Recommended Book: The Poisonwood Bible

Photos About Things and Events in the Book

The deadly mamba snake figures prominently at one point in the novel.
The deadly mamba snake figures prominently at one point in the novel. | Source
Other types of two-legged snakes who figure prominently in the background of this historical-fiction novel, Mobutu and U.S. Government officials.
Other types of two-legged snakes who figure prominently in the background of this historical-fiction novel, Mobutu and U.S. Government officials. | Source

A Review and Recommendation for The Poisonwood Bible

I highly recommend this book by Barabara Kingsolver to anyone who likes a great story that can open your eyes to a history and culture that many have not had the opportunity to know. The book was published 14 years ago, but it deserves another review. I picked up the novel after noting a list of recommended books to read by Stephen King, as mentioned in his book "On Writing."

The harsh realities of the Congo (now the Democratic Republic of Congo) and its formation are laid bare in this fictional-historical novel as seen through the eyes of a missionary's wife and her four daughters. The main themes of the book revolve around differences between cultures, cultural exploitation and survival. The book's characters are swept up by events related to United States government involvement in Congo politics during this era. The historical data in the book comes from the work by Wall Street Journal investigative reporter Jonathan Kwitney, which is referenced below.

Unfortunately, political conflict continues in this mineral-rich country.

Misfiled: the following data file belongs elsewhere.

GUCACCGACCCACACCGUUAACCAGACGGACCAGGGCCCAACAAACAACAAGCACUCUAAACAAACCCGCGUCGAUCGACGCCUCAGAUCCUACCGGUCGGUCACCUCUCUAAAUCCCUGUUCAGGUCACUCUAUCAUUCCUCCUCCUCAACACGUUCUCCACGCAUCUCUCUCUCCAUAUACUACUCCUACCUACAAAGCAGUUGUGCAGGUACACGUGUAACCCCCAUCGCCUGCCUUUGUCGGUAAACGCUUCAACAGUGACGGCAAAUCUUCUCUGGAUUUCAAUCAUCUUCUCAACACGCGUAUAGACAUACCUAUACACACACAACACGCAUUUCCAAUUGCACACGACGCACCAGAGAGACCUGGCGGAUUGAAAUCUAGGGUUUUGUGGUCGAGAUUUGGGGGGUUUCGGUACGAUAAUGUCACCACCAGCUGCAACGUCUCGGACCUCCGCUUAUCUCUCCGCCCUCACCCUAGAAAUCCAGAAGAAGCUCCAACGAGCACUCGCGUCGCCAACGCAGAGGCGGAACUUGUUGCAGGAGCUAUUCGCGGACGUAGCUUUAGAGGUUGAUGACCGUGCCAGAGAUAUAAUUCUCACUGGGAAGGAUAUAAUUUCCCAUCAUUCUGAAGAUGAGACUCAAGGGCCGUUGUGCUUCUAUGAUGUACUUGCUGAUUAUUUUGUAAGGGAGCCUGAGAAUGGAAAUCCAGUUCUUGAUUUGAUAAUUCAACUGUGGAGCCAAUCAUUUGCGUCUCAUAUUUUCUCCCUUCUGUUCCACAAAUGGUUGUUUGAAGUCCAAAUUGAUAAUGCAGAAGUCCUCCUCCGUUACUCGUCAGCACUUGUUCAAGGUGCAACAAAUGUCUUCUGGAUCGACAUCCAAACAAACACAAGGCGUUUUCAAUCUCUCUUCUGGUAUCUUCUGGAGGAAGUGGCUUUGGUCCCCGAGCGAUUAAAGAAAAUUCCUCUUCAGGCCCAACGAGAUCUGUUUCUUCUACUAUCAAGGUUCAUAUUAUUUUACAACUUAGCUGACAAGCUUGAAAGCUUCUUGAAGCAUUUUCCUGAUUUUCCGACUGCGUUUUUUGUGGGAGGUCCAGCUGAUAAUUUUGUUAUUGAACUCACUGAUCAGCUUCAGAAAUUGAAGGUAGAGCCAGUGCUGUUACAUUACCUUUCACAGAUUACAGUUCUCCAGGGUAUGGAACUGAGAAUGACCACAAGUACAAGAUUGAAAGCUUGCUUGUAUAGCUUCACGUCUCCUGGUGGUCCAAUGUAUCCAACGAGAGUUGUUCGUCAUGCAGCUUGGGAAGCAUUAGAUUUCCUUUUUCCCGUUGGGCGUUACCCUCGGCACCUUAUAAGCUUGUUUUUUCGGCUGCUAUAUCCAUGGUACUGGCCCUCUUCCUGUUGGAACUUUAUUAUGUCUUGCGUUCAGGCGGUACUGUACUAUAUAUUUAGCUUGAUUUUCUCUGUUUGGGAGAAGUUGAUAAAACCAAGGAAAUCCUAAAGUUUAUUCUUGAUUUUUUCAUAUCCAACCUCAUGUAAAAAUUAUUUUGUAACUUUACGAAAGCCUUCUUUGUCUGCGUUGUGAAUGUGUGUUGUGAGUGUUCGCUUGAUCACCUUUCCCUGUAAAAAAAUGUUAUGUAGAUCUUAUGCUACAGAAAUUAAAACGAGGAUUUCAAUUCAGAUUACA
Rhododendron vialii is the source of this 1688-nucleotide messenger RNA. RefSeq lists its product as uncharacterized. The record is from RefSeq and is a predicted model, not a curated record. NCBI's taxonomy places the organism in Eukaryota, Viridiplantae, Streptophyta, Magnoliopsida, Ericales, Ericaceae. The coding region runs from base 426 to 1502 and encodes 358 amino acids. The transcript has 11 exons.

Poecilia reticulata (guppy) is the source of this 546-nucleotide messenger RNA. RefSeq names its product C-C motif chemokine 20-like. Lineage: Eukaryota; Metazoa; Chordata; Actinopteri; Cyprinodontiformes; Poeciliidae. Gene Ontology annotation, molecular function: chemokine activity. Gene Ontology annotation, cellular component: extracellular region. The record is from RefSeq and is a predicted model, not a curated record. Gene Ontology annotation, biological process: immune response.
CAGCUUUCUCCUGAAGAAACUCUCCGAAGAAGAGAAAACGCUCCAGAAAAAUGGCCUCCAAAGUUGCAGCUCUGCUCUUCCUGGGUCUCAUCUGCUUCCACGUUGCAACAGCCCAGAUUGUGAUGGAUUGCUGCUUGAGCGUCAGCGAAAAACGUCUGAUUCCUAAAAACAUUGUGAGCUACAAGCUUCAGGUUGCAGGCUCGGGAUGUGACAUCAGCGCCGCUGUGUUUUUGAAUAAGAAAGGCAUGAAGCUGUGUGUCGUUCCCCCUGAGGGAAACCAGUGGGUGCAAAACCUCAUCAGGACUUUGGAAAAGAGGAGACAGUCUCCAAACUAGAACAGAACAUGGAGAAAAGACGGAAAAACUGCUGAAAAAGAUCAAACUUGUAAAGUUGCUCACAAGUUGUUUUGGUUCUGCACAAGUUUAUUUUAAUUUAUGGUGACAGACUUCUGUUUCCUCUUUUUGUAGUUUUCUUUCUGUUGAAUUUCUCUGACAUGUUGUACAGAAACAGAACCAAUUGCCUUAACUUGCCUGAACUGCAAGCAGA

Culture Conflicts

Nathan, the Baptist missionary husband and father, is strong-willed and hard-headed. He brings his family to the Congo based on his domineering concept of God and his personal need to not fail at something. In his domineering manner, he tries to convince the members of the village to be baptized in the waters of the local river, but the mothers are not about to feed their children to the crocodiles who live there. His lack of an understanding of the culture is contrasted with the former village missionary, Brother Fowles, who has stayed in the Congo and visits the town one day bearing gifts and showing compassion for the ways of the villagers. Nathan does not learn from the villagers or Brother Fowles, and he ends up being castigated by the villagers in a public vote in the church. His life also ends as a result of villagers blaming him for the death of several children at the hands of a crocodile.

Belgian Troops in the Belgian Congo, 1916

Belgian troops of the Force publique crossing a stream in what was then the Belgian Congo.  A long history of strife and exploitation has been suffered by this region.
Belgian troops of the Force publique crossing a stream in what was then the Belgian Congo. A long history of strife and exploitation has been suffered by this region. | Source

The Exploitation of the Congo by Belgium and the United States